If you’re currently in library school, you’ve probably already discovered one of the profession’s dirty little secrets. That promise that there would be plenty of jobs available soon? That there are all of these aging librarians out there who are going to retire at any minute and leave plenty of jobs open for recent graduates? Yeah, it’s all a myth. The truth is there are far more librarians looking for work than there are jobs available.
At any given moment, there are roughly 200 positions listed on ALA’s JobLIST website. There are 62 accredited library schools in the country, each graduating anywhere from 15-60 students per year. You do the math. Of course, half of the positions listed aren’t entry-level anyway, so that leaves even fewer positions for folks looking for a first job. Certainly, JobLIST isn’t the only place you should be looking for listings, but you get the idea.
I don’t want to get too heavily into the debate of whether or not LIS programs are simply admitting too many students for now. From their point of view, they have to admit students–students who pay tuition–in order to satisfy the demands of their parent institution. Fewer paying students lessens the program’s worth in the eyes of bottom-line-focused administrators. The problem is, fewer students would also mean a better job market for those that do make it through. So don’t be too hard on your LIS program – they’re caught between a rock and hard place.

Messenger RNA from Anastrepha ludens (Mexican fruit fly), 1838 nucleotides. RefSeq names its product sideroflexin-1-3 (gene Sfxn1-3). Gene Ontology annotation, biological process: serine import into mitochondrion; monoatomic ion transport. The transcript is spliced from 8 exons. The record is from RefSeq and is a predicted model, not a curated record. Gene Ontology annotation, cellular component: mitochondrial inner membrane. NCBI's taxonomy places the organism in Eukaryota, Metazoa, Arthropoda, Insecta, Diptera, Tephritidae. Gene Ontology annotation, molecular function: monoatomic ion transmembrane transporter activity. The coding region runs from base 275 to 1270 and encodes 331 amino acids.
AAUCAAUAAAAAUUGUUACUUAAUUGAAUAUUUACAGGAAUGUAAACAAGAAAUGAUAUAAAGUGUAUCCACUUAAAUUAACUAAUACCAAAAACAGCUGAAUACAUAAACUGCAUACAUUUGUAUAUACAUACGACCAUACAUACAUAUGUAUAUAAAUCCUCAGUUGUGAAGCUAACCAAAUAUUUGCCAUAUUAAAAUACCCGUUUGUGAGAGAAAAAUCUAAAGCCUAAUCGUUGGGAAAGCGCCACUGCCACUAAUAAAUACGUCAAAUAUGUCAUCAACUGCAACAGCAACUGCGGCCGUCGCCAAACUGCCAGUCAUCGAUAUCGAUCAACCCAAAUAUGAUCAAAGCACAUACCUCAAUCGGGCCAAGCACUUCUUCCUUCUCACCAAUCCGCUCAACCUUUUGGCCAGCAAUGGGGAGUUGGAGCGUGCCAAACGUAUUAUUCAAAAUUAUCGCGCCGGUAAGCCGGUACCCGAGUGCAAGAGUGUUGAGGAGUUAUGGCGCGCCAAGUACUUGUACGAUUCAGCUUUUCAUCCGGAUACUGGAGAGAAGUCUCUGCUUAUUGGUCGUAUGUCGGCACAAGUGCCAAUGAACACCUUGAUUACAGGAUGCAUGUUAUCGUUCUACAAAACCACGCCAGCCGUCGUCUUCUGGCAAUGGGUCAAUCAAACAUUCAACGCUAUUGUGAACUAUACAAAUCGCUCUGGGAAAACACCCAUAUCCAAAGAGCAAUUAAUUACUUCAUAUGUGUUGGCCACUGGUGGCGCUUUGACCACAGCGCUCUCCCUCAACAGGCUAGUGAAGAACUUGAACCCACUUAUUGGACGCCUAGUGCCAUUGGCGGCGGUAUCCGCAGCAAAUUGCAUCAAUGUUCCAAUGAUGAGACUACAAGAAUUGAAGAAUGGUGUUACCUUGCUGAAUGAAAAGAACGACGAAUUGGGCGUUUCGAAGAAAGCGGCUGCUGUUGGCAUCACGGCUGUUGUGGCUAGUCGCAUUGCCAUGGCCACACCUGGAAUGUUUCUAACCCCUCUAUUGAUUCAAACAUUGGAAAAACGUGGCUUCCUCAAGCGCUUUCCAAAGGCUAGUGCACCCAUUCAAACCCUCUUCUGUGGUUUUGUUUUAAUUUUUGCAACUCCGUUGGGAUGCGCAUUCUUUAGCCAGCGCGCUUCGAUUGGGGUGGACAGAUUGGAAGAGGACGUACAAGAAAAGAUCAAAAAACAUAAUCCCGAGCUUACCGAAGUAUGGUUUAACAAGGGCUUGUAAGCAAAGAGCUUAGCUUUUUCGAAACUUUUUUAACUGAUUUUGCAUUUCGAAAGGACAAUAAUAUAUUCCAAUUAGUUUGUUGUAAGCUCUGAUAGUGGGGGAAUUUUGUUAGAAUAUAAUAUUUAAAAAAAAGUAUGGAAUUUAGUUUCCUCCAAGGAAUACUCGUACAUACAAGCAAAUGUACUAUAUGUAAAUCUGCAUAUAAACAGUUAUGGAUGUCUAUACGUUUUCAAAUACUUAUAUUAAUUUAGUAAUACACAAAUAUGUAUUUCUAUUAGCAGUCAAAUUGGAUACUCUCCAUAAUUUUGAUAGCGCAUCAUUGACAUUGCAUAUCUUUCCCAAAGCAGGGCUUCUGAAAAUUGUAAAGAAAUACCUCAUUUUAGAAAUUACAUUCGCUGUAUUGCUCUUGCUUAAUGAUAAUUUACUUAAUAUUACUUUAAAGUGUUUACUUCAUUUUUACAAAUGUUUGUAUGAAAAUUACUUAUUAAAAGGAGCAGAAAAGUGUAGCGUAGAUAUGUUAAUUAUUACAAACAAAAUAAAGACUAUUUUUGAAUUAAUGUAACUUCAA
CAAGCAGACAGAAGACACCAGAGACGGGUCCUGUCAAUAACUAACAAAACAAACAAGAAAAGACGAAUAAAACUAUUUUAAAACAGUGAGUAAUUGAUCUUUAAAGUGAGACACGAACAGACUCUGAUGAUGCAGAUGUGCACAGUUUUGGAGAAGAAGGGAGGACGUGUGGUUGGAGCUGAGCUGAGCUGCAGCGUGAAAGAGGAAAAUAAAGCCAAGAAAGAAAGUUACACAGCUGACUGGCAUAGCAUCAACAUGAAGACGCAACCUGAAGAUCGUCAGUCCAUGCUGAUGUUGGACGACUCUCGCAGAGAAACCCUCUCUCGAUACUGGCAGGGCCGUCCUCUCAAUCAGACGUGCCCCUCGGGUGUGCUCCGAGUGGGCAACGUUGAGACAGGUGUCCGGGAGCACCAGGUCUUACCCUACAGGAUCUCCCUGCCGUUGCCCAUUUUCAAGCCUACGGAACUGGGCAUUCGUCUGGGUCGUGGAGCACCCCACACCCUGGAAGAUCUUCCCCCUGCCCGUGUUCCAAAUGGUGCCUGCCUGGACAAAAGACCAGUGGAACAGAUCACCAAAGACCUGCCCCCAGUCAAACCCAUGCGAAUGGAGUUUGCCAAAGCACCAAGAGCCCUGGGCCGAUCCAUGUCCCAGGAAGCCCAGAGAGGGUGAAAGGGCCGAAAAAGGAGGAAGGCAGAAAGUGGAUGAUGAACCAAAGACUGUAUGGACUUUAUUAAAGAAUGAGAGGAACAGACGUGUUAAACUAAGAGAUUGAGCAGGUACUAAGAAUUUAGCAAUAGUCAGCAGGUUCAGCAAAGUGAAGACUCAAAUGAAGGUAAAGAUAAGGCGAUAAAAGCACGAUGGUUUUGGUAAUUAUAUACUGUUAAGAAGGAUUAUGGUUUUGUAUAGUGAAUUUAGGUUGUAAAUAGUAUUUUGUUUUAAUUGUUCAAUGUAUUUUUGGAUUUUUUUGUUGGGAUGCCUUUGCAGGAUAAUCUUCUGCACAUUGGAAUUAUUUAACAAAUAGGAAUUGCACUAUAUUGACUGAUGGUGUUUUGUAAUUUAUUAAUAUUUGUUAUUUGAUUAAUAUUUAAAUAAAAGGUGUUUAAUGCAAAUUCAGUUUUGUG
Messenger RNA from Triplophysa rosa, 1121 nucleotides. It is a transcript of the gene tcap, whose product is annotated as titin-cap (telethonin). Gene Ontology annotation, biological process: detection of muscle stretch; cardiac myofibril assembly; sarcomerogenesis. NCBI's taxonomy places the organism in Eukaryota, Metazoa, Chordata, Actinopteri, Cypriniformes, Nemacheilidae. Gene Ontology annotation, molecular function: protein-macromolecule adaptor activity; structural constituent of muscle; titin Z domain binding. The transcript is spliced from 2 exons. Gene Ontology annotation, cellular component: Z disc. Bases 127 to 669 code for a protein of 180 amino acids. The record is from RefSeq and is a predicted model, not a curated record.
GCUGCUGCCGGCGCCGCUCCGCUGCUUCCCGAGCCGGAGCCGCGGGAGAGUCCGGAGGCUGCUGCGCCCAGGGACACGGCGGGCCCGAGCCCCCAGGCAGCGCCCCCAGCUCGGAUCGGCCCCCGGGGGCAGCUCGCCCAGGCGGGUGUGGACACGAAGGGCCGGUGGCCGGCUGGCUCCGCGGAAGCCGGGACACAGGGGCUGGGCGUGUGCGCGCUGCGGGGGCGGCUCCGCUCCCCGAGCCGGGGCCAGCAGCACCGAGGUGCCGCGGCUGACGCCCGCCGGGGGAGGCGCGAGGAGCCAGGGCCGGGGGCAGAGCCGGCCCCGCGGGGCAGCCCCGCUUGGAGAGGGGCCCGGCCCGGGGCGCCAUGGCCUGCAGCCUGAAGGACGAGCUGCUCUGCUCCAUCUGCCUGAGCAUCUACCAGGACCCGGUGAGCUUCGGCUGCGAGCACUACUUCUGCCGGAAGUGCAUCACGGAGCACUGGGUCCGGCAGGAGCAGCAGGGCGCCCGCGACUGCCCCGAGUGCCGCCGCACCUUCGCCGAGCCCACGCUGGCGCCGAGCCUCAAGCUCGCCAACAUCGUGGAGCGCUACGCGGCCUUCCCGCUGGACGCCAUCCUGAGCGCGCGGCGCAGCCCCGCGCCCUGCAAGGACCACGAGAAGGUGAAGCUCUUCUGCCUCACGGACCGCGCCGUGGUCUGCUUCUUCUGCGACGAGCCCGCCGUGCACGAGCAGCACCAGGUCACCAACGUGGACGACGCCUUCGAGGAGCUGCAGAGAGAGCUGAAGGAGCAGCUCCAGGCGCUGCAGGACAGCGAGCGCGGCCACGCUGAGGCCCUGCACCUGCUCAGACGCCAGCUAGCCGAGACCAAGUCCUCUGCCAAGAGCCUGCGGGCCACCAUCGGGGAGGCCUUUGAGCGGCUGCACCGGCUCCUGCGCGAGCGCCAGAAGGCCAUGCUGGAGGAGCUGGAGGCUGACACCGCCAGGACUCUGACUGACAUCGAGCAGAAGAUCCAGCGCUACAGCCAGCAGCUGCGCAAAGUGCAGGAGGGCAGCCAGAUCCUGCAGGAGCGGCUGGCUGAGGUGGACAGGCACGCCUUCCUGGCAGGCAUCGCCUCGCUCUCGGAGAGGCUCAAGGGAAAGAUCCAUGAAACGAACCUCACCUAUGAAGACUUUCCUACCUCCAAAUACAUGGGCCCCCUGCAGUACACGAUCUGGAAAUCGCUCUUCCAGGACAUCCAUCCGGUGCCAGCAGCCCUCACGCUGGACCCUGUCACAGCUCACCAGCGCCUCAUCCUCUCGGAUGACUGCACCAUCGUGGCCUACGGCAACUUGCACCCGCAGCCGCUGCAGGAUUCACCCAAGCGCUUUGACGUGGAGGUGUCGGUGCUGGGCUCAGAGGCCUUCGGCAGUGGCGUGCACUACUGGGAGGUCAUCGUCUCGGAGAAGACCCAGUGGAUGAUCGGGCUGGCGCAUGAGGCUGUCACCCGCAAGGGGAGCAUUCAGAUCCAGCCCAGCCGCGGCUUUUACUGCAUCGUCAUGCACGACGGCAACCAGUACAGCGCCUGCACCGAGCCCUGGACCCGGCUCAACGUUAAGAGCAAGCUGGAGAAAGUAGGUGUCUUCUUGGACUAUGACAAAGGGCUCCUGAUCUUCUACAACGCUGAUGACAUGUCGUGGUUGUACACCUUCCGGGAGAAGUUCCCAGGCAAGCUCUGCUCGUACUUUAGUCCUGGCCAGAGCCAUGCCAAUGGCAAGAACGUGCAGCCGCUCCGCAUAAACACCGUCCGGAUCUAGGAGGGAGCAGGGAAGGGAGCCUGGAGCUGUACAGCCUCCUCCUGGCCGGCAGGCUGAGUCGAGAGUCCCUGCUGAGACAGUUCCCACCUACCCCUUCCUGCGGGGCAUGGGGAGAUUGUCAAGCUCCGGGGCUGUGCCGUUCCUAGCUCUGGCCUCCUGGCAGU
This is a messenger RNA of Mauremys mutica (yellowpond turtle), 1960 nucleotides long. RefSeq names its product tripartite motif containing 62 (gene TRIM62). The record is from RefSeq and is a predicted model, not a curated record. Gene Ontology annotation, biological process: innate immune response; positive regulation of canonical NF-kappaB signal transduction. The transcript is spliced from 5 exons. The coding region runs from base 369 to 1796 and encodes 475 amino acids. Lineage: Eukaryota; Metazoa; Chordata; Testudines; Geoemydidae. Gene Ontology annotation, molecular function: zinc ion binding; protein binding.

Instead, I’m going to focus on what you can do to improve your chances of landing a job by sharing some of the things that made me successful.
I’m going to start with the single most important item – library work experience. By the time you graduate, you MUST have some library work experience on your resume. The degree alone isn’t going to cut it – not with so many job seekers out there. At minimum, you’ll have completed a practicum/field project/internship, etc. as part of your library degree, but you shouldn’t stop there. Look for as many opportunities as possible to get involved in library work.
This may mean taking a low-paying/minimum-wage part-time position as a shelver or circulation worker to get your foot in the door. If you already have a full-time job you can’t sacrifice while you are going to school, think about volunteering. Plenty of libraries, both public and academic, rely on a steady stream of volunteers, particularly in these lean times, to keep things running smoothly. If you’re wondering, I did both circ/shelving and volunteer work. The point is, you need to set foot in a library and do some work there before you graduate.
Most of the applicants on the market will have at least some work experience in a library before they graduate. If you don’t, you’ll be way behind from the start.
Keep in mind, particularly if you’re on a large university campus, that you likely won’t get a library job simply by firing resumes at the online student work website. There are too many students applying, and you’ll just get lost in the shuffle. I tried this route during my first semester in library school and got nowhere. During second semester, I walked up to the desk, asked who hired circulation workers, and asked to be introduced to that person. Forty-five minutes later, after presenting my resume and having a brief interview, I had a job. If you are persistent without being pushy, good things generally happen.